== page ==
This article was published on 20 October 2009. Some information may be out of date.

Long tie-up in KiwiSaver no big deal

A Canterbury reader is concerned about whether to recommend KiwiSaver to his daughters. “For someone in their early twenties, the monies invested in KiwiSaver — even if a contribution holiday is taken — will be tied up for some 40 odd years,” he writes.

“A contributor this young could well get married, move overseas or even die in the intervening years, so would it be wise for someone this young to join?”

Yes it would.

The tie-up of your money is the big negative of KiwiSaver. While some people wouldn’t otherwise have the discipline to save, most of us don’t like to limit our options.

Don’t forget, though, that you can withdraw your and any employer contributions to buy a first home — and you may also receive a government subsidy — a great bonus for the young. And you can get most or all of your KiwiSaver money out if you move overseas permanently, strike financial hardship or serious illness, or die.

Even if none of that applies, many people don’t realise how little commitment there is to KiwiSaver. You can gain plenty whilst tying up little of your own money.

As our reader points out, nobody has to keep contributing to KiwiSaver. Non-employees — including the self-employed and beneficiaries — can stop whenever they like. With some providers, they can even make zero contributions ever.

Generally, employees have to contribute for a year before taking a contributions holiday. But in times of financial hardship they can stop early. And with the minimum contribution now 2 per cent of pay, someone on $50,000 can put in less than $20 a week, and at $30,000 it’s less than $12 a week. It’s small bikkies.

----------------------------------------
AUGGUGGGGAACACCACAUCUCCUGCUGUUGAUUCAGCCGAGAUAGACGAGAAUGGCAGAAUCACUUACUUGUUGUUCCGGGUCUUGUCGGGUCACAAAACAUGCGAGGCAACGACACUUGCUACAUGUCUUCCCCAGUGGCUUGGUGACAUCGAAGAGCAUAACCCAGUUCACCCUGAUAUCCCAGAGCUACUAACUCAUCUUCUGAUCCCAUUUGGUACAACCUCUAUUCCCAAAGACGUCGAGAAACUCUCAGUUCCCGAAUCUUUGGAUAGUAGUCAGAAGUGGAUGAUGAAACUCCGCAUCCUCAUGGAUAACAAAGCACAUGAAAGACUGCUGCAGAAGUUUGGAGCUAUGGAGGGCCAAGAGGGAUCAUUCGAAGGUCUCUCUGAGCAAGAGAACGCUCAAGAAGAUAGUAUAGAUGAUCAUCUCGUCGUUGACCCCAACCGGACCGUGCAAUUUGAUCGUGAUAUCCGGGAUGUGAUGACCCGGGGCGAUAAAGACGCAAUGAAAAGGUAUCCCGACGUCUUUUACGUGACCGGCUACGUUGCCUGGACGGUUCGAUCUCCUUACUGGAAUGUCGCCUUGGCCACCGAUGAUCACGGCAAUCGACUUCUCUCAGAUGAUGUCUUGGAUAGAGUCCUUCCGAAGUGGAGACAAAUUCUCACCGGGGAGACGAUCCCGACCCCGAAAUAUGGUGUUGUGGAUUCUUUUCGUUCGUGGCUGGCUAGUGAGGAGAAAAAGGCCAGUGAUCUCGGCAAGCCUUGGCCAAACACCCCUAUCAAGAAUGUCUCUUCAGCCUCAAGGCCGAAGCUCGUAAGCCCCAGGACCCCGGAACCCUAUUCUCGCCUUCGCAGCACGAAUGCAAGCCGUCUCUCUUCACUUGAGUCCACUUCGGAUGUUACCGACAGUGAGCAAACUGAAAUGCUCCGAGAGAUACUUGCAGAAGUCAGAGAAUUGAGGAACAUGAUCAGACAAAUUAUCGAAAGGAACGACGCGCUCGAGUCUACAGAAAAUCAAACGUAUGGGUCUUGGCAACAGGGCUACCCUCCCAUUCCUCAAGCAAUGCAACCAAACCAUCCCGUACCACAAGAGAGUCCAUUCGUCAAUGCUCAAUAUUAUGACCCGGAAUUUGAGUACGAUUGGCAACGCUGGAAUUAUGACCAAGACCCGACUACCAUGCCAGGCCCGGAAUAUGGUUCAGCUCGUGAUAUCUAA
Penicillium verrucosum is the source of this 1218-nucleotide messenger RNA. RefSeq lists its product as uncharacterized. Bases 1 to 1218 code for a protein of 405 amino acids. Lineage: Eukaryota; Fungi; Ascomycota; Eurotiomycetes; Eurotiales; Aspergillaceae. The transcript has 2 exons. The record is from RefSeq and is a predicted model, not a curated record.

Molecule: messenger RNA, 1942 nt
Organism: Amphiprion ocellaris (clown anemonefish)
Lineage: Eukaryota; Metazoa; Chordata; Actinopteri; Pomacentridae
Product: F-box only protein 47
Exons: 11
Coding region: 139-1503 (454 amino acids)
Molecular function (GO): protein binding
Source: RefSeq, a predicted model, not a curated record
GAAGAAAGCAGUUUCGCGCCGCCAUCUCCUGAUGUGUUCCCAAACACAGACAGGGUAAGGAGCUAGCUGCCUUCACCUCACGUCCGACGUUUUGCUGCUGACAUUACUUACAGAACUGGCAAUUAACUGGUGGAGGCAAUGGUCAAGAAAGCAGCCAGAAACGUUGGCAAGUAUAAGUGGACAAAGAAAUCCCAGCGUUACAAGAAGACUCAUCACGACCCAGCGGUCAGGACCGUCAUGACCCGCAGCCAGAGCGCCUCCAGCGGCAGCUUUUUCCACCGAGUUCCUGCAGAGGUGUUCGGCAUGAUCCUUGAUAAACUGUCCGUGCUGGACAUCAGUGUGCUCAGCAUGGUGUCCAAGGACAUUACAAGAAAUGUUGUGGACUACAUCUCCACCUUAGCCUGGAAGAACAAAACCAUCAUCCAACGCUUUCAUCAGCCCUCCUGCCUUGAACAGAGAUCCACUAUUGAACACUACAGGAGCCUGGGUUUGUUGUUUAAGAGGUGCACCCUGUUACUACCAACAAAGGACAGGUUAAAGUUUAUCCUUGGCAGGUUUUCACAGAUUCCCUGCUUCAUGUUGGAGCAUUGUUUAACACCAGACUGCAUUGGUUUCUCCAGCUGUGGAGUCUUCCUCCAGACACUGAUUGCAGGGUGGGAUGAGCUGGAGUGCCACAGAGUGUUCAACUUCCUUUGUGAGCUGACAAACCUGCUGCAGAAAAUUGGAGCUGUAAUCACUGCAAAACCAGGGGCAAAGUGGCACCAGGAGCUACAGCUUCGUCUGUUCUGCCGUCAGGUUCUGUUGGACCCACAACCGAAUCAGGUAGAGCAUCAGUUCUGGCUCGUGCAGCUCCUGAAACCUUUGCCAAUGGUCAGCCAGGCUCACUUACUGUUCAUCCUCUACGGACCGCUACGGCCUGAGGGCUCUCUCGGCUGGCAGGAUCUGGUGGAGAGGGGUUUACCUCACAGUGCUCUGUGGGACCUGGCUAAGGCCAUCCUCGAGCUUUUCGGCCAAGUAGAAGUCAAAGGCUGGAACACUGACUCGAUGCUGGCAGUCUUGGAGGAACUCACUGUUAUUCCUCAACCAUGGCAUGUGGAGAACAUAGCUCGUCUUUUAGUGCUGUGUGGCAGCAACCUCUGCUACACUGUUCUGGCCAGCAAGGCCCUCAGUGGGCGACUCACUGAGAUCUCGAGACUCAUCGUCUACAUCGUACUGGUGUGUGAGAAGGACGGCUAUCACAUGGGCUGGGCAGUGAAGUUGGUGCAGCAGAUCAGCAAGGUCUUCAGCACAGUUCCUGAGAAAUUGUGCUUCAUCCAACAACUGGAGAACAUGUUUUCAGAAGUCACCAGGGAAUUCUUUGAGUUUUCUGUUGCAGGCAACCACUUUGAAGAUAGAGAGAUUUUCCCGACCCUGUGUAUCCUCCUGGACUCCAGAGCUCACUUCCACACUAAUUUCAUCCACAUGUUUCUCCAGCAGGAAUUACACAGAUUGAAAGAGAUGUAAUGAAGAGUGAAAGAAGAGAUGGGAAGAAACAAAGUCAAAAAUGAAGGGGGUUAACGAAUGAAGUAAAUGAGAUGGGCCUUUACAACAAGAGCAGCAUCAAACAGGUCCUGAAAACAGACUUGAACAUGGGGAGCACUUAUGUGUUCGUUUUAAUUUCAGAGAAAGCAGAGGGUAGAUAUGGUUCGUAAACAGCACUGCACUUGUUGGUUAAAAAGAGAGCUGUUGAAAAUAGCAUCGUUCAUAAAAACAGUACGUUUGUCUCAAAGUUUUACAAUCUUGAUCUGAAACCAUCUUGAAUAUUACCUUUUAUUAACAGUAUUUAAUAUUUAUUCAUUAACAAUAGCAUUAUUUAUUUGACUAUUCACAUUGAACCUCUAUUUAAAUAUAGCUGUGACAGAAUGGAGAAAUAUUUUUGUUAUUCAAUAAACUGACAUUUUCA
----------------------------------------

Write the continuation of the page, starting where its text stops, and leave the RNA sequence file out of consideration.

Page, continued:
Everyone in KiwiSaver receives the $1,000 kick-start plus the government’s annual tax credits, which double your contributions up to $1,043 a year. If you are an employee contributing 2 per cent, your employer will also match that. That means many employees’ contributions are tripled.

If you stop putting money in, the tax credits and employer contributions will also stop. But your account will still hold anything from $1,000 for a non-employee who puts in nothing, to several thousand dollars for an employee. Over the years, fees will be deducted, but interest and other returns will usually more than offset that, so your account will grow.

Even if it shrinks, it’s hard to imagine a non-employee’s $1,000 dropping to zero. It’s even harder to imagine an employee’s balance falling below the amount they put in, given that they would have to lose all government and employer contributions first.

While doing KiwiSaver minimally ties up the least money, you’ll get most out of it if you keep contributing. Non-employees should put in $1,043 a year, and employees should put in 2 per cent of pay — topped up if necessary to reach $1,043.

Double or triple the amount going in — thanks to the tax credits and employer money — means double or triple out the other end. A much more comfortable retirement is surely worth the loss of accessibility in the meantime.

Our reader has one other worry: “the possibility of the chosen KiwiSaver company going broke in such a long period.”

That could happen. But with KiwiSaver you are not investing in the provider’s business. Trustees make sure your money is invested as stipulated — in many different assets, such as bonds, shares and properties. There’s no way they will all go belly up.

If your provider gets into trouble, you account will be transferred to another provider, or you can easily move elsewhere yourself.

For more info, see the KiwiSaver Basics page on [This page has been removed from the website. Visit for up-to-date information.]

No paywalls or ads — just generous people like you. All Kiwis deserve accurate, unbiased financial guidance. So let’s keep it free. Can you help? Every bit makes a difference.

Mary Holm is a freelance journalist, a director of Financial Services Complaints Ltd (FSCL), a seminar presenter and a bestselling author on personal finance. From 2011 to 2019 she was a founding director of the Financial Markets Authority. Her opinions are personal, and do not reflect the position of any organisation in which she holds office. Mary’s advice is of a general nature, and she is not responsible for any loss that any reader may suffer from following it.